Mayerson Center for Safe and Healthy Children

  • Falls from Beds - Article Summaries

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    + Bunk bed injuries

    Selbst, SM, et al. Bunk bed injuries. AJDC 1990;144:721-723.

    Methods:

    • Injury group: 68 children presenting to emergency department with bunk bed related injury
    • Control group: 54 children presenting to emergency department with another complaint and also have a bunk bed (those with previous bunk bed injuries were excluded)
    • Mean ages: 5.1 years (injury group); 6.2 years (control group)

    Findings:

    • Most frequently injured body parts: head (52 percent), lower extremity (13 percent), face (12 percent), upper extremity (10 percent)
    • Most common injuries: lacerations (40 percent), skin contusions (28 percent), concussions (12 percent), fractures (10 percent)
    • Those injured were much less likely to have carpet under bed (42 percent injured vs. 67 percent controls)
    • Six children who required hospitalization (four concussions, one skull fracture / subdural, one laceration near eye) all fell from the top bunk

    Conclusions:

    • Bunk bed injuries are common and may be serious.
    • More serious injuries occurred from top bunk.

    + Injuries resulting when small children fall out of bed

    Helfer RE, et al. Injuries resulting when small children fall out of bed. Pediatrics. 1977;60:533-535.

    Methods:

    • 246 children <5 years old divided into two groups: survey group: parents filled out survey in doctor’s office whether child had fallen off bed or sofa (n=161)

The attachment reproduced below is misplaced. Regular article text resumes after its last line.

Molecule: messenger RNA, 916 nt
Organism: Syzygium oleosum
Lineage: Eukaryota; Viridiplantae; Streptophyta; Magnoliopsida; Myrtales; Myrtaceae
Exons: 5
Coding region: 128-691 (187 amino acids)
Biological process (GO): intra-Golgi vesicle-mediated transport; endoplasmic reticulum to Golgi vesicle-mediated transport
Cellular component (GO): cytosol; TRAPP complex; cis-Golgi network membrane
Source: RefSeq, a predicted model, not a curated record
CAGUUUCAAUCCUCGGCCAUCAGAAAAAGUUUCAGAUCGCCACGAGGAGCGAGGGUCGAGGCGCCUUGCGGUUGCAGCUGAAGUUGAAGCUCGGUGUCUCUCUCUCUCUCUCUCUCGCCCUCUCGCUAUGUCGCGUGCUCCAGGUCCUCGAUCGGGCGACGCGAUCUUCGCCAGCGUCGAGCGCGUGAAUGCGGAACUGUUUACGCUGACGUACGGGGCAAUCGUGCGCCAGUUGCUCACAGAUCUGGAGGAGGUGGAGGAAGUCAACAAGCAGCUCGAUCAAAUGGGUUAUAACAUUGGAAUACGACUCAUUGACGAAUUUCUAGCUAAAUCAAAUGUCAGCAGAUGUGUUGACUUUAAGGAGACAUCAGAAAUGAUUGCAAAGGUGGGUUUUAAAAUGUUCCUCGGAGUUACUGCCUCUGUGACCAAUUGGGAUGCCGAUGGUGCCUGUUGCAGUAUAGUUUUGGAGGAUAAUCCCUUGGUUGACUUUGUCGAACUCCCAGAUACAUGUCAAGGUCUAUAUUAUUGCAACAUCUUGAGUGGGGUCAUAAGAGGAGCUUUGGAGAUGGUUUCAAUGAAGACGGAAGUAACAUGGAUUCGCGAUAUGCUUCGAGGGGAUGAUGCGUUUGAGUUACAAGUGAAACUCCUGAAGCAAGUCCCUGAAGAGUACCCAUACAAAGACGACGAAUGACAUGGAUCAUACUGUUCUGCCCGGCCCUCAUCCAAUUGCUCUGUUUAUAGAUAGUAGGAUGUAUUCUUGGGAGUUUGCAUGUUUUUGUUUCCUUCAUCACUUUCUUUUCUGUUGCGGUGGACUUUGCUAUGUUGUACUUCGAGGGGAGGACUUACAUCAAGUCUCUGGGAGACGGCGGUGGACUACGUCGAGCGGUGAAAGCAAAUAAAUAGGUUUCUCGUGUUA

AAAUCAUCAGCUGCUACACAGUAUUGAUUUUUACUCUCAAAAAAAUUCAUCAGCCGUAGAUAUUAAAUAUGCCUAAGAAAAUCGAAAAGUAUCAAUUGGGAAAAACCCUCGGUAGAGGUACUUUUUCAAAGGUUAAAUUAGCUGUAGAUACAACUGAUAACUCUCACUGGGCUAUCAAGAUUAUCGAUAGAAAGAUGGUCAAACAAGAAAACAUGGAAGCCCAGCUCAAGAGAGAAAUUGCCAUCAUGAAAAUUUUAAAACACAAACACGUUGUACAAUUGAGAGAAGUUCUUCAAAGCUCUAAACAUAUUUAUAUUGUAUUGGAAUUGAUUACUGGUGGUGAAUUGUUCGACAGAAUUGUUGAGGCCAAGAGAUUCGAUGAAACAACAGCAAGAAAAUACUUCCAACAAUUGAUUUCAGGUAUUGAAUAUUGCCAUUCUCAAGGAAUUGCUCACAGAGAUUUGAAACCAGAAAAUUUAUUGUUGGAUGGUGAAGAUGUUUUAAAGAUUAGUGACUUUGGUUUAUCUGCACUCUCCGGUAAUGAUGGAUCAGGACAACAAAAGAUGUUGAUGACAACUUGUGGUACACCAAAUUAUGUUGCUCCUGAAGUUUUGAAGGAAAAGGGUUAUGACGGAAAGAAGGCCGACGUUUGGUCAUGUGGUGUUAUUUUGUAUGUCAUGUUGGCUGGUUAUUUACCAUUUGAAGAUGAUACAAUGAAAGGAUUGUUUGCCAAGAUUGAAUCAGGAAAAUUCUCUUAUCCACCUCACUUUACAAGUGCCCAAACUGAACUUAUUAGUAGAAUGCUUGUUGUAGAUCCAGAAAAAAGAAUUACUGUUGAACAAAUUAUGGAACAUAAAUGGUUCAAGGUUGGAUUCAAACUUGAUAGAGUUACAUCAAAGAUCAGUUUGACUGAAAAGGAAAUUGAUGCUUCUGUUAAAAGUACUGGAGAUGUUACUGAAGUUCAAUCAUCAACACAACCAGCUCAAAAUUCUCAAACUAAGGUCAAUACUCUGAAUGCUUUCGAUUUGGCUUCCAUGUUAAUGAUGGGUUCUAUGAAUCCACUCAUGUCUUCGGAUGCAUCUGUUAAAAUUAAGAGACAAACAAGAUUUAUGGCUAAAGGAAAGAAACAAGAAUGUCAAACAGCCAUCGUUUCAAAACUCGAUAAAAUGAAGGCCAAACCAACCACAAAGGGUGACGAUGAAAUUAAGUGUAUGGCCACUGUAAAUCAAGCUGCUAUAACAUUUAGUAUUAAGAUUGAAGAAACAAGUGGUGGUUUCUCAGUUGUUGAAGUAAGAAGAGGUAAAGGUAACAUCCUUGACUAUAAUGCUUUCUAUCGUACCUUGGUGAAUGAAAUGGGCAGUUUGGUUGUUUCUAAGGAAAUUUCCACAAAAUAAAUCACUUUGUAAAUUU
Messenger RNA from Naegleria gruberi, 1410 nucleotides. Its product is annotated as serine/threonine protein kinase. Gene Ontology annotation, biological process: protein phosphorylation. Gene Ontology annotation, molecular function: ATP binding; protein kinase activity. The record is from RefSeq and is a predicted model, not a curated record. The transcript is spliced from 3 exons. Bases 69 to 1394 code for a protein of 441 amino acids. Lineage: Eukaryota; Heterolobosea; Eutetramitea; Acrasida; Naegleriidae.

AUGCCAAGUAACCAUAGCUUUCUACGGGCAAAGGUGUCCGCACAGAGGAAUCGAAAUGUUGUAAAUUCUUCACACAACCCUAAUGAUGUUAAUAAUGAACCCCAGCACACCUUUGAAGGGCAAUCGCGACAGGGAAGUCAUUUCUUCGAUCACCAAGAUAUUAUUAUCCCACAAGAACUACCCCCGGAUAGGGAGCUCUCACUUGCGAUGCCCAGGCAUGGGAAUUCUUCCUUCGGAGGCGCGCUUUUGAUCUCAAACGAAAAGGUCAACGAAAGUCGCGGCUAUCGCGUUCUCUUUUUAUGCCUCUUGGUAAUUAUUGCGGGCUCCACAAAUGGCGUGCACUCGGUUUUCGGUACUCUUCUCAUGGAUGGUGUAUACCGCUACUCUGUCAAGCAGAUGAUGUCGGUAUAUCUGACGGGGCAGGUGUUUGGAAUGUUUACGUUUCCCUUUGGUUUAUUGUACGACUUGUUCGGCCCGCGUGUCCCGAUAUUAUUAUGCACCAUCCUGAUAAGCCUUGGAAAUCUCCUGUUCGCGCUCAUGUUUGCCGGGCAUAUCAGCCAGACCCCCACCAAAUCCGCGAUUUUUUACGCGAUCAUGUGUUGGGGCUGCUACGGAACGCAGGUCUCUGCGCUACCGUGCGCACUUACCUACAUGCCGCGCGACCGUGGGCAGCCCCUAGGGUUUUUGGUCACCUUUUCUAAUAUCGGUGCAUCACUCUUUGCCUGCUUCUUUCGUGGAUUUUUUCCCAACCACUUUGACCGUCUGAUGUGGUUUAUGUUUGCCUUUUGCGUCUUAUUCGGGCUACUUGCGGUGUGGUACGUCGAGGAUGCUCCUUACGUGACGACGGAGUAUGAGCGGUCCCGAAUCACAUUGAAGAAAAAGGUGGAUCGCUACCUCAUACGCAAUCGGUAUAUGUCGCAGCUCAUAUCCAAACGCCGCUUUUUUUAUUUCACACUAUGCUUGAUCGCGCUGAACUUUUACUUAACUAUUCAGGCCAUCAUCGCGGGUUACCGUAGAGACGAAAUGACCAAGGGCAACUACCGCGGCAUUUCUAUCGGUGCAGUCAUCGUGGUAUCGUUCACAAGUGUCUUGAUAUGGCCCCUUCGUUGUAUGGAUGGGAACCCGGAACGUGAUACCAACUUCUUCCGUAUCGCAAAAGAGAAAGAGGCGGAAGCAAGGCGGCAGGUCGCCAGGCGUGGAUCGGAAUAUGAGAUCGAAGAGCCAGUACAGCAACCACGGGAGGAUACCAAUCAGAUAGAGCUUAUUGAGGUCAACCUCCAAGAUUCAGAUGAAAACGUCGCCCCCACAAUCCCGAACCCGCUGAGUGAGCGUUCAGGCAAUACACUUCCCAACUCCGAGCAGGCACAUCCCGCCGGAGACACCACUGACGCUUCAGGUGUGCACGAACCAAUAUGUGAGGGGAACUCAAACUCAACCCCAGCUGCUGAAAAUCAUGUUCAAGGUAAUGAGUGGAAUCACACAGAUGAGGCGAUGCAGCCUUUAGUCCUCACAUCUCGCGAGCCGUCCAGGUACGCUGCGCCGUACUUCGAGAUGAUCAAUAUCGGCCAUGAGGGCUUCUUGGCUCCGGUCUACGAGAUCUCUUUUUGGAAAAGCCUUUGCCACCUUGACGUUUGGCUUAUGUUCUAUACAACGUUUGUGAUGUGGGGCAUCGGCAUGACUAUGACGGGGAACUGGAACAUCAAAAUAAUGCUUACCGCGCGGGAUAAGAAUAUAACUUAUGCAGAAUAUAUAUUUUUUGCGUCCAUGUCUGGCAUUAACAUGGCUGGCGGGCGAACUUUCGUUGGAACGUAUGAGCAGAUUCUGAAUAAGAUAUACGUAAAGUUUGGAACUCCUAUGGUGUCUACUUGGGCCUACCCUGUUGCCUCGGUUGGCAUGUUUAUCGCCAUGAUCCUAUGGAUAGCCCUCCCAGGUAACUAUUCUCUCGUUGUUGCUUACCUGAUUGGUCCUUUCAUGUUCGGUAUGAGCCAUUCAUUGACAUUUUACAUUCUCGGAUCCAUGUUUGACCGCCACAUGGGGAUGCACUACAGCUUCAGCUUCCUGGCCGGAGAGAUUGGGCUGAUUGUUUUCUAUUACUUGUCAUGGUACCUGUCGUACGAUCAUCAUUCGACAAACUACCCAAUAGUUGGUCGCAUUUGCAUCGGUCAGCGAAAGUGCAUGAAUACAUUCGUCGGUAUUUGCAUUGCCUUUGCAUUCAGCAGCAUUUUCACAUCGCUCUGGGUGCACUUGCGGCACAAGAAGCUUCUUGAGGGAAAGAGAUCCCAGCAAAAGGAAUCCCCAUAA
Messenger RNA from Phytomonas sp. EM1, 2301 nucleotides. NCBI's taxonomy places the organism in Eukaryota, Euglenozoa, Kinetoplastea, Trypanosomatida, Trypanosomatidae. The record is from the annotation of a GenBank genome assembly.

• hospital group: fall in hospital from bed, crib or exam table (n=85)

    Results:

    • Survey group: (all falls <90cm)

      • three clavicular fractures (ages: 6 months-5 years)
      • two skull fractures (ages: <6 months)
      • one humerus fracture (age: <6 months)
    • Hospital group: (fall = 90cm) one skull fracture (“no serious  sequela”)

    Conclusions:

    • Severe head injuries did not occur when these children fell out of bed.
    • Fractures can occur when children fall out of bed.

    + Falling out of bed: A relatively benign occurrence

    Lyons TJ, Oates RK. Falling out of bed: A relatively benign occurrence. Pediatrics 1993;92:125-127.

    Methods:

    • 207 children <6 years of age who fell from a hospital crib (n=124) (32 inches with sides down; 54 inches with sides up) or bed (n=83) (25 inches; 41inches with bed rails)
    • 15 percent who fell from cribs and 18 percent who fell from beds fell over the side rails

    Results:

    • 31 injuries: 29 trivial injuries (skin contusions and small lacerations), one linear skull fracture (10-month-old  fell out of crib), one clavicle fracture (21-month-old  fell out of crib with rails up)
    • 26 (84 percent) injuries were to the head
    • Not all patients received a radiograph

    Conclusions:

    • Clinically significant head injuries are uncommon with falls from these heights.

    + The likelihood of injuries when children fall out of bed

    Nimityongskul P, Anderson LD. The likelihood of injuries when children fall out of bed. J Ped Ortho 1987;7:184-186.

    Methods:

    • 76 children <16 years of age (23 were less than 1 year of age) who fell out of bed / crib / chair / wagon while in hospital (1-3 foot fall)